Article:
Britain Is Too Cheap for Retail Investors to Ignore
19th December 2022
If I had a hundred pounds for every time over the last few years that I had either read — or for that matter written — a headline announcing that UK equities are cheap (“Bargain Britain!”), I probably wouldn’t need to think about it anymore. I’d be in the Bahamas.
But the fact that this has been true for a long time doesn’t make it less true.
The UK looks, on any measure, bizarrely cheap, particularly when compared with the US. The forward price-earnings ratio for the FTSE All-Share Index is about 10 times. It is the same for the FTSE 100, slightly lower for the FTSE SmallCap Index and only slightly higher for the FTSE 250. Compare the UK’s current forward P/E to its median over the last 15 years, says Duncan Lamont of Schroders, and you will see that it is on a discount of around 20%.
Look to the US and it’s a different story. The US market trades on around 18 times forward earnings and is trading at a 14% premium to the UK. The yield differential is huge too. You can get 4.5% here on a portfolio of reasonably valued equities. In the US, you can get less than 2% on a portfolio of still quite expensive ones.
It is true that the UK has long been a much higher-yielding market than the US, but as the analysts at Berenberg pointed out, this relative dividend yield is still very much “towards the top end of its 50 year history.” You may consider the differential to be completely normal: Most market participants will say that the US always trades at a premium. Always has, always will.
They are wrong. Go back 30 years and you will see the relationship only really kicked off in the late 1980s.
Still, the past is the past, and perhaps it seems obvious why the UK trades on a huge discount now. It’s bleak out there — there are strikes and high taxes as well as high state spending (though not enough to stop the strikes). Chuck in a global recession along with an overlay of Brexit, and clearly the hellhole that is modern Britain is cheap for a reason.
There’s also the fact the UK stock market is old, old, old — jammed not with the whizz bang tech of the US but with banks, insurers, oil, gas, coal and mining. Miserable politics, a miserable economy and no sign of a growth mindset anywhere. Who would want exposure to this mess of a market?
Yet there’s a problem with this easy explanation. All the awfulizing suggests that UK P/E ratios are low because one can expect little growth from the UK. However, look at the actual growth and it’s clear that this is valued differently to that in the rest of the world.
On to the valiant efforts of Panmure Gordon’s Simon French, who has spent much of the last few years delving into what he calls the “persistent undervaluation of UK listed companies.” Look at price-to-growth ratios, he says, and you will see they are consistently lower across most industrial sectors in the UK than in the US and the European Union. It isn’t so much that there is no growth, it’s that UK growth is valued less than growth elsewhere.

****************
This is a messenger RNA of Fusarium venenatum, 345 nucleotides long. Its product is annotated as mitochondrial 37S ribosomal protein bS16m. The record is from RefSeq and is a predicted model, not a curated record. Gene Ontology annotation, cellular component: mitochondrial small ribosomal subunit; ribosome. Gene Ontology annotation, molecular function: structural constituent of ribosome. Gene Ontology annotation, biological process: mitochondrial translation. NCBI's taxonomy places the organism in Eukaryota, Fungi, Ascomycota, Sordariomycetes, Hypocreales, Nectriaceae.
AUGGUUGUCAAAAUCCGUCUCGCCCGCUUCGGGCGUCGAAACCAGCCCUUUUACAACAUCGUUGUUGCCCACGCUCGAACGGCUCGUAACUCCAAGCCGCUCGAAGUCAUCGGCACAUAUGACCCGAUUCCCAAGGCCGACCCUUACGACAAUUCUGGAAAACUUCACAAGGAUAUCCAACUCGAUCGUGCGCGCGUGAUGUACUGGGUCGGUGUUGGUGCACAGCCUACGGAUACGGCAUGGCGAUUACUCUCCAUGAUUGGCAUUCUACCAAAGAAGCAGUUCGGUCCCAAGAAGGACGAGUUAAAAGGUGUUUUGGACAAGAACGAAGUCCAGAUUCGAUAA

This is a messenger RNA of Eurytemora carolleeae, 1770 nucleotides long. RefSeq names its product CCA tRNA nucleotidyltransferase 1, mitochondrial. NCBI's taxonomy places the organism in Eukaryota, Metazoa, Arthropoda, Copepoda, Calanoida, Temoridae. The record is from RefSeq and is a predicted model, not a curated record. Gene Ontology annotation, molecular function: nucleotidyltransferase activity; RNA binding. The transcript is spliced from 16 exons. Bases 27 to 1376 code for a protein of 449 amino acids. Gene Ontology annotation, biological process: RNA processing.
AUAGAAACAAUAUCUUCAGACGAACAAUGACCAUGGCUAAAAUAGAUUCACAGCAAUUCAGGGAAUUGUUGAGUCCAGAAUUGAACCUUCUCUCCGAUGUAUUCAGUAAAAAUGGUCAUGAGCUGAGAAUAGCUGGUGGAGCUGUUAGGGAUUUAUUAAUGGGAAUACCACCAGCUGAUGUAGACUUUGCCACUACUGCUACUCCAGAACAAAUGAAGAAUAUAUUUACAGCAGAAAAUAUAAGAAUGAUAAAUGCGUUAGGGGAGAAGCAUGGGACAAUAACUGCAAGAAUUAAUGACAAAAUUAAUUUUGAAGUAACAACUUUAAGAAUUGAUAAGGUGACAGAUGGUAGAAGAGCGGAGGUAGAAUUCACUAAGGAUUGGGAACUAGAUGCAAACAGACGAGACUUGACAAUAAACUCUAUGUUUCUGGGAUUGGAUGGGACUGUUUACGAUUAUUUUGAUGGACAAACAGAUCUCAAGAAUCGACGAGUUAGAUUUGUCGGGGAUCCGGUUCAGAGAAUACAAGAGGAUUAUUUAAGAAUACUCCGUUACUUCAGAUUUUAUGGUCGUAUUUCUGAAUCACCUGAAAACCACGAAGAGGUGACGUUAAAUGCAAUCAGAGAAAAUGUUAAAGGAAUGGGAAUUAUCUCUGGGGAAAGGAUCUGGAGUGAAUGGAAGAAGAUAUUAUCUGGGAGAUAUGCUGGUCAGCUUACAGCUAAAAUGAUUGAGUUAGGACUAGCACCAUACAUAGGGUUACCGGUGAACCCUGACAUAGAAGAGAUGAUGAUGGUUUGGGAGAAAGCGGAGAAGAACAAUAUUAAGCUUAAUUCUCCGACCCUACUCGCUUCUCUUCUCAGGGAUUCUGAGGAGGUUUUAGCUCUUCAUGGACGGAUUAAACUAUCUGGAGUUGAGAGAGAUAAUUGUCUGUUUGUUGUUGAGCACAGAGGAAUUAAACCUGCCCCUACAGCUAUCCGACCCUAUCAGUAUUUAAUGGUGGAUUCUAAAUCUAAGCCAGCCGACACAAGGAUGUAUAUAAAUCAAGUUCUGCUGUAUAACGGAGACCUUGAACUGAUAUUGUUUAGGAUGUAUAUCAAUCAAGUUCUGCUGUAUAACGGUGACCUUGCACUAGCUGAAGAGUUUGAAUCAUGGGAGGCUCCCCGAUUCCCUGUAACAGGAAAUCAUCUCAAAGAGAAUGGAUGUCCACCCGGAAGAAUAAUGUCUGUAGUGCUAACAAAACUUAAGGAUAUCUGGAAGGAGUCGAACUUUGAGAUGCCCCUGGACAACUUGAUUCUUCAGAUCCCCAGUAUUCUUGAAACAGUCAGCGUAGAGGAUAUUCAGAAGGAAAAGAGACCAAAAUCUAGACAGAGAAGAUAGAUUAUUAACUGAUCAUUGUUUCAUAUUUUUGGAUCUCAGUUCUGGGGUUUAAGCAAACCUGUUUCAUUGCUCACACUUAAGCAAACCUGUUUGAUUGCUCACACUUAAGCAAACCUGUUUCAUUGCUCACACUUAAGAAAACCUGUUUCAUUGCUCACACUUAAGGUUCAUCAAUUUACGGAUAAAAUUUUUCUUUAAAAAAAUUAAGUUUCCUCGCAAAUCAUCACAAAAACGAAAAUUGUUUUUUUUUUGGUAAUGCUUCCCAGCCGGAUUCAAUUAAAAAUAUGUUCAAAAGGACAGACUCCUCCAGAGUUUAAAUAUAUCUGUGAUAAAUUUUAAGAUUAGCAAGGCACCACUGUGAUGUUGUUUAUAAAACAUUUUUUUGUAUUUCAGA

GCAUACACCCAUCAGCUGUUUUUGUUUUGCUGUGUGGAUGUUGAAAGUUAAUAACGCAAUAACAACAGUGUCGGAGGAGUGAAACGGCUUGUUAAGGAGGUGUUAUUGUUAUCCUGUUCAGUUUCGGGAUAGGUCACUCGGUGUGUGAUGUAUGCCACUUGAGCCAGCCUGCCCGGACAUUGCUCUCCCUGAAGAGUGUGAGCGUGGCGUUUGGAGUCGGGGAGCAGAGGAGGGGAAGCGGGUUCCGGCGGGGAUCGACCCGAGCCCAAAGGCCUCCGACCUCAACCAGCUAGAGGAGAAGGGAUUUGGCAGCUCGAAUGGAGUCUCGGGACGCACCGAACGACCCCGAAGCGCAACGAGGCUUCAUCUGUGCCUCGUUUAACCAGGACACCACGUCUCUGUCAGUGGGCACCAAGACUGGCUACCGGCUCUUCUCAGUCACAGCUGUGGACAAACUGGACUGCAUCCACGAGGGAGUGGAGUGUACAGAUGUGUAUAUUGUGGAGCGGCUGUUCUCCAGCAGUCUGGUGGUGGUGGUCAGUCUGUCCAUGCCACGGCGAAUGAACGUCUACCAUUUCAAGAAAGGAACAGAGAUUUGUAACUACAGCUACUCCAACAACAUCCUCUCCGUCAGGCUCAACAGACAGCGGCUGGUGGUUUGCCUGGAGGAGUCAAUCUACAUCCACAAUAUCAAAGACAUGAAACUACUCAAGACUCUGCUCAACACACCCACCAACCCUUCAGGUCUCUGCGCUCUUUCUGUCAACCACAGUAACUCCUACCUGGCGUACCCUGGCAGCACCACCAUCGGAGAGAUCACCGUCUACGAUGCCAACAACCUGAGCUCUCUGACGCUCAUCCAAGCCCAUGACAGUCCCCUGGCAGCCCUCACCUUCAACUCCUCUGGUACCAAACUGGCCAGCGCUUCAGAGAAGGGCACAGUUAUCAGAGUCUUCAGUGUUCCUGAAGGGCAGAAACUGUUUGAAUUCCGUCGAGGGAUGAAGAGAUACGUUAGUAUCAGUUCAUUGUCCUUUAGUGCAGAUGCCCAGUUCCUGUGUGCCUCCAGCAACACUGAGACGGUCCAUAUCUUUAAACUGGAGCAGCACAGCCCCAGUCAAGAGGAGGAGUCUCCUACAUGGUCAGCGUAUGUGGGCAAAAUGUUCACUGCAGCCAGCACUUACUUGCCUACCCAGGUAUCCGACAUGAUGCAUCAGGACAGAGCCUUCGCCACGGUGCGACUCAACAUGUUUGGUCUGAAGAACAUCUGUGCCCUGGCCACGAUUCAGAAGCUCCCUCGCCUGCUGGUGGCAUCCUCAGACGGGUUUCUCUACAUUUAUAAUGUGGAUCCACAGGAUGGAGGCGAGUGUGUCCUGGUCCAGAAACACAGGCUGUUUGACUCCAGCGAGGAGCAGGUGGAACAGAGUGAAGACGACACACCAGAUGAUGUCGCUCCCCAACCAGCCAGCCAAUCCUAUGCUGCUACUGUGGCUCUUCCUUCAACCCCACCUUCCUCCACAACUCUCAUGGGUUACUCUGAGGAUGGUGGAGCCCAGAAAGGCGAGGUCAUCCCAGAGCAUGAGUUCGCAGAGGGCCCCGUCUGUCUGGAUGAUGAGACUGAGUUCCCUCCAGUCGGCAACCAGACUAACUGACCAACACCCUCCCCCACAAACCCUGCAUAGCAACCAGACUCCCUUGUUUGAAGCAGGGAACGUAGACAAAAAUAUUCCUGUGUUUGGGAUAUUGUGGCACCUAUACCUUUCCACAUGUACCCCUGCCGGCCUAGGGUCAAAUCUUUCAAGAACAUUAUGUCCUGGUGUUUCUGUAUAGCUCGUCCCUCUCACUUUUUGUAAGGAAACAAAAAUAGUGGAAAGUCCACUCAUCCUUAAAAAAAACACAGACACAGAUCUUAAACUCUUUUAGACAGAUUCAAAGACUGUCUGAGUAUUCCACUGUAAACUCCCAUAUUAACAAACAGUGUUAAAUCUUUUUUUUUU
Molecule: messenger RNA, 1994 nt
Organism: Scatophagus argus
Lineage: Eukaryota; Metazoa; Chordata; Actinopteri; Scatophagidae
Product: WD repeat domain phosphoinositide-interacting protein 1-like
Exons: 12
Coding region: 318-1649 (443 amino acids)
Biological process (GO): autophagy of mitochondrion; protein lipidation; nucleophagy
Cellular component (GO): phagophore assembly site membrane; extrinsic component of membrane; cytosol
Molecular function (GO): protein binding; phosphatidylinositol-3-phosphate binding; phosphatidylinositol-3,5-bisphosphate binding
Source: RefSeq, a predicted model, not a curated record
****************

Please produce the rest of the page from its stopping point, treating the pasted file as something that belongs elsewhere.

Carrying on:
What might explain that? French has looked at two possibilities. The first is that UK companies suffer from a deficiency of do-goodery — and so our ESG ratings are lower in the round than those of other countries. There might be something in this: French finds that there is a small premium attached to companies with higher ESG scores for a given level of earnings growth. But this, at best, can only explain a tiny part of the discount.
One that explains more is liquidity. In the UK, it is “thin” relative to the US and Europe. French found the average daily volume across the UK’s largest companies over a 30-day period last year to be $11 million a day — with only one-third seeing more than $5 million a day. In the EU and US, those numbers were $95 million and $443 million a day, respectively.
This matters for the simple reason that lots of large institutional investors around the world work with self-imposed liquidity thresholds. If they aren’t sure they can get in and out of trades reasonably quickly, without moving the price too much, they won’t get in at all. So it might not matter how cheap or attractive UK stocks are or become, the big firms won’t be coming in to scoop their shares up.
Sure enough, French finds that the more liquid a company is, the more their earnings per share growth is valued. However, not even this explains the whole discount. There are, says French, no “clinching pieces of evidence that put the UK valuation story to bed.” What we have is “insufficient by some distance.”
This is fantastic news for investors. The stock market often does most of our work for us — things that are cheap are cheap for a reason, and we can see what that reason is. But sometimes, there is no reason that fully explains the cheapness. Then, and only then, as the late fund manager Ian Rushbrook put it, “the anomaly becomes an opportunity.”
Well, here we are. With an anomaly that is increasingly looking like a very good opportunity — and a particularly good one for retail investors. Why? Because retail investors don’t need to tick ESG and liquidity boxes before we buy (our trades don’t move markets); we have fewer time constraints; and as we are judged only by ourselves, we need not worry about what might trigger change. All we have to do is ask if what we are buying is too cheap, and if we are being paid enough in dividends to wait for that to change.
And here’s the answer: It is, and we are.
This column does not necessarily reflect the opinion of the editorial board or Bloomberg LP and its owners.
Merryn Somerset Webb is a senior columnist for Bloomberg Opinion covering personal finance and investment. Previously, she was editor-in-chief of MoneyWeek and a contributing editor at the Financial Times.
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Author: Merryn Somerset Webb, Senior Columnist, Bloomberg Opinion